Wednesday, March 15, 2017

What To Do When Under Attack


One of the most difficult situation in a chess game is being under attack. When your king is in peril and your opponent"s pieces are poised for a kill, what is the best thing to do? Being attacked in  a chess game is a common experience. It is something that is part of the game and is very difficult, if not impossible, to avoid. No matter how skillful you are (in the opening or in the middle game), there would always be a situation where you would be in the defensive.  An attack or counter-attack is often launched by your opponent when you least expect it. After several moves, you just realized that your opponent's pieces are now concentrated in a particular focal point in your position and there are threats everywhere -  in this kind of situation, putting on a poker face is a great help. Do not look at the clock! Keep calm whatever fire is there on the chessboard.


Fischer vs. Bernstein (after 15___Bh2)
How to properly handle an attack from your adversary is one skill every chess player should learn. But being calm and composed despite how inferior your position is should be a primordial skill of every chess player. By being calm, there is greater chance of finding that one single resource that can bail you out from your predicament. Resorting into a "panic mode" will just make the situation worse. Always remember that a "chess game is not won until it is won". Even in seemingly innocuous positions there can be a chance to save your position and the game - try to find, at the very least, "drawing chances". A half point is better than none at all.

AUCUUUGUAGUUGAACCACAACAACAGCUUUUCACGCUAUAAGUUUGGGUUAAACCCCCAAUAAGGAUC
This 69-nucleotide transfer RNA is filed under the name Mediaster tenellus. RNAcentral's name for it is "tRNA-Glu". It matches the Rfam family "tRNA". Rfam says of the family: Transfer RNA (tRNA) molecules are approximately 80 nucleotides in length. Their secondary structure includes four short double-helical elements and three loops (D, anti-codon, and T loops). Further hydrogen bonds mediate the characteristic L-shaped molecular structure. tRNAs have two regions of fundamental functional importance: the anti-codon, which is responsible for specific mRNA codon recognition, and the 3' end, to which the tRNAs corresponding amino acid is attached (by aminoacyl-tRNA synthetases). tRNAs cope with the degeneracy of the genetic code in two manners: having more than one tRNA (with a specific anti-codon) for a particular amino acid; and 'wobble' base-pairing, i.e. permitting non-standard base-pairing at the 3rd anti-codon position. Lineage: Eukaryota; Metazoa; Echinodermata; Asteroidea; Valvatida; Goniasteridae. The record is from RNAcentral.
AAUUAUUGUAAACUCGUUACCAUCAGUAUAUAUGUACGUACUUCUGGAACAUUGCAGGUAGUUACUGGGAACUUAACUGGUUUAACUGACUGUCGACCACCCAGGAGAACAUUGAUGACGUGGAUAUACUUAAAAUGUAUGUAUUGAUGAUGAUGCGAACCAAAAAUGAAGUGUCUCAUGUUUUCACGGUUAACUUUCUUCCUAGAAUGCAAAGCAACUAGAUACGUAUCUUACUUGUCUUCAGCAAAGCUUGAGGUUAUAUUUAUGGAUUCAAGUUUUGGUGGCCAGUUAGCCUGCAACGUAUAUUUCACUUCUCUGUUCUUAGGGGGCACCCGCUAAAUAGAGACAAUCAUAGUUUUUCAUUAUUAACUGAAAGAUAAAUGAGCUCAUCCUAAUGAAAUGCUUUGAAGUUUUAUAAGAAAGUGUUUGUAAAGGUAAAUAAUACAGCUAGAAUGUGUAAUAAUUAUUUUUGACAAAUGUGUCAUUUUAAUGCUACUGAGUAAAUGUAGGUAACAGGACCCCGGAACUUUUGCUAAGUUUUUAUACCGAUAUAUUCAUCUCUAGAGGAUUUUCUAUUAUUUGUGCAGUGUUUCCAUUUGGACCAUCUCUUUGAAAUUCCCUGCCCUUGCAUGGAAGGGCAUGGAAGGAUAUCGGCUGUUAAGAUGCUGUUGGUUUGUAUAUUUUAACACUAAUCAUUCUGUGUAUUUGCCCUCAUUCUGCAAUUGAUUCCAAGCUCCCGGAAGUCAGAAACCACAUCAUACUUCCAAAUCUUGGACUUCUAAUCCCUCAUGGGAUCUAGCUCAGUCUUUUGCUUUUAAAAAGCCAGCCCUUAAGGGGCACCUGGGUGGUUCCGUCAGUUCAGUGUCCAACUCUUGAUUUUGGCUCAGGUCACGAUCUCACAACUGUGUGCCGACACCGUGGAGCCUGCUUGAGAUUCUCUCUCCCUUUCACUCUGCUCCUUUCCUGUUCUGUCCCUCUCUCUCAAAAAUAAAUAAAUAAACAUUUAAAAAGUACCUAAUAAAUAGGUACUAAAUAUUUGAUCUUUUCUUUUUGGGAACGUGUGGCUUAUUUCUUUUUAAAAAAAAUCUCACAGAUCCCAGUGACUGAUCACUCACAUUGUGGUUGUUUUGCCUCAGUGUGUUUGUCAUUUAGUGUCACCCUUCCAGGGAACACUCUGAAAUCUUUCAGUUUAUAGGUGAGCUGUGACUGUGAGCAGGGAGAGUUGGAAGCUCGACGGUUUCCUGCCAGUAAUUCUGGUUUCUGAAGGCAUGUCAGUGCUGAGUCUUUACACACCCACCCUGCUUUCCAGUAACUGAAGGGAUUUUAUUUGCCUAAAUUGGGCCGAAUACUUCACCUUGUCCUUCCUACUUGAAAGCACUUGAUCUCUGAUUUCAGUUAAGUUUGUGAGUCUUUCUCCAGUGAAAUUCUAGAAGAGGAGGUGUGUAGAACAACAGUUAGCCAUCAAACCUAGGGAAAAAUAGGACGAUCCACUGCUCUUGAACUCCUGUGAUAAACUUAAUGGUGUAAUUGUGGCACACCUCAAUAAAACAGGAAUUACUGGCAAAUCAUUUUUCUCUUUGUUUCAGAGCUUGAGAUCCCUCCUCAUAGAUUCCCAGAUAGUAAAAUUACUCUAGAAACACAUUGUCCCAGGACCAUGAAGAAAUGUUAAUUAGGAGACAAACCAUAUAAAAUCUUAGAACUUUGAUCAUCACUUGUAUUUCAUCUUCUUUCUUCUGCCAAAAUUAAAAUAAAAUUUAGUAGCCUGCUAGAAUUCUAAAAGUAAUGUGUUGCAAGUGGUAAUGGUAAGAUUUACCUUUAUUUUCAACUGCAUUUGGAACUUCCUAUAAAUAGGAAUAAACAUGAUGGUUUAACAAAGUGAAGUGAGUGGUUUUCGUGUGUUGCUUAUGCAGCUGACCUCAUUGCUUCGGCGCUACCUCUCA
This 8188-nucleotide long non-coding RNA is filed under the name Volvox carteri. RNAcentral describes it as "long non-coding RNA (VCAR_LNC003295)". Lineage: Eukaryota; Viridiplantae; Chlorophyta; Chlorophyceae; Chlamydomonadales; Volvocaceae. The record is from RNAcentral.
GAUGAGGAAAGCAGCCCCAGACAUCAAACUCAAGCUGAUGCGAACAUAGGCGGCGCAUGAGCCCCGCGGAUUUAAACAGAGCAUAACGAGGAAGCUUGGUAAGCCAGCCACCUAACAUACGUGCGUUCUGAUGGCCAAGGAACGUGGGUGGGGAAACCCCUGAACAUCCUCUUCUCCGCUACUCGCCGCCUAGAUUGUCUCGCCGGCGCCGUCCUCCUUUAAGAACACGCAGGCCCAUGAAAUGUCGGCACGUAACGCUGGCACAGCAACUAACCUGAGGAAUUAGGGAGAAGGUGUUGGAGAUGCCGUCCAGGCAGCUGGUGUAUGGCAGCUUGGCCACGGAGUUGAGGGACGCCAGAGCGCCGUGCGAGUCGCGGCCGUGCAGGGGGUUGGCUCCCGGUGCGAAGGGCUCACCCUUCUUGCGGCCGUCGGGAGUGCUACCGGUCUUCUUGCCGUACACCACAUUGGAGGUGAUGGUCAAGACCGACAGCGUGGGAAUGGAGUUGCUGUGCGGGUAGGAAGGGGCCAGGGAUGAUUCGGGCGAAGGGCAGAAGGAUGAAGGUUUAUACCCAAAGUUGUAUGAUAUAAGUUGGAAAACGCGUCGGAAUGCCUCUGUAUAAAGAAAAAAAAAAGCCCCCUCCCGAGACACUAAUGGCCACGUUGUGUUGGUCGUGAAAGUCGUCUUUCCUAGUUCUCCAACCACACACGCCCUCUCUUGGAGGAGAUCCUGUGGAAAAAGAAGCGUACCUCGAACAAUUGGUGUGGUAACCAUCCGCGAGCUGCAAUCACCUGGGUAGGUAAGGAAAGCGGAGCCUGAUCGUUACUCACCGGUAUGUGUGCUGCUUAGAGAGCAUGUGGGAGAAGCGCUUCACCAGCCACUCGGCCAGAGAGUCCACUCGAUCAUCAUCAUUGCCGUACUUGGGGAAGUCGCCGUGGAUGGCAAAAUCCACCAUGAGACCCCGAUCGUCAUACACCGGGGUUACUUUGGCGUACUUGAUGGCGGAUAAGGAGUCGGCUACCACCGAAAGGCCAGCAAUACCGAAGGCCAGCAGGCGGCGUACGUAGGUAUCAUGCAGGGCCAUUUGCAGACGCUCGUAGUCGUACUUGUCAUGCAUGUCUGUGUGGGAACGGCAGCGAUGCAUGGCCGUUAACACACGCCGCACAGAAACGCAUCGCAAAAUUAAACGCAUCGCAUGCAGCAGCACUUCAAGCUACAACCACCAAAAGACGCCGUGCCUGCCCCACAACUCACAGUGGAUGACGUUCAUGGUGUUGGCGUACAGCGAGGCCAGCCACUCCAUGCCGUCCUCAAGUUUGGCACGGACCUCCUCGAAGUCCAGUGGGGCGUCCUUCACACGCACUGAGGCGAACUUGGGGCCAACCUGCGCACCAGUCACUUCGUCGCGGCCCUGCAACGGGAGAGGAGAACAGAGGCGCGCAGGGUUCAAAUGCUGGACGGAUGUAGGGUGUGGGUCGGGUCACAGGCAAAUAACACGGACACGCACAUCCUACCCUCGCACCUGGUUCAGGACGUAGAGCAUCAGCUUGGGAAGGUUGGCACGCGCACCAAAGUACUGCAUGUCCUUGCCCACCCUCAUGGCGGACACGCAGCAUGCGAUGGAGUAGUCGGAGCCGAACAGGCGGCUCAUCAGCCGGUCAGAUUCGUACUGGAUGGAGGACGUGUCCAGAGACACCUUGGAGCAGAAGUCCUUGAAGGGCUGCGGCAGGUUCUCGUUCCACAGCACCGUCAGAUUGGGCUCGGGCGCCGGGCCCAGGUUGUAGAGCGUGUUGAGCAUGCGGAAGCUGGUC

Your opponent may be a very strong player but he is still human bound to commit mistakes. If move after move, your reply to your opponent's attack builds a defensive wall that frustrates him, chances are your opponent can commit a mistake. To err is always a human attribute.  What is important is to concentrate and simply focus on your defensive resources. Just think about it - if you are already in a lost position, what do you have lose anyway? Instead of prematurely resigning, it is better to play on for a few more moves until you are convinced that there is no other option left but to raise the white flag. 

This game between Fischer and Bernstein demonstrates how to properly handle an attack. Fischer was on the defense but played actively in the Queenside frustrating the attack and eventually winning the game.

No comments: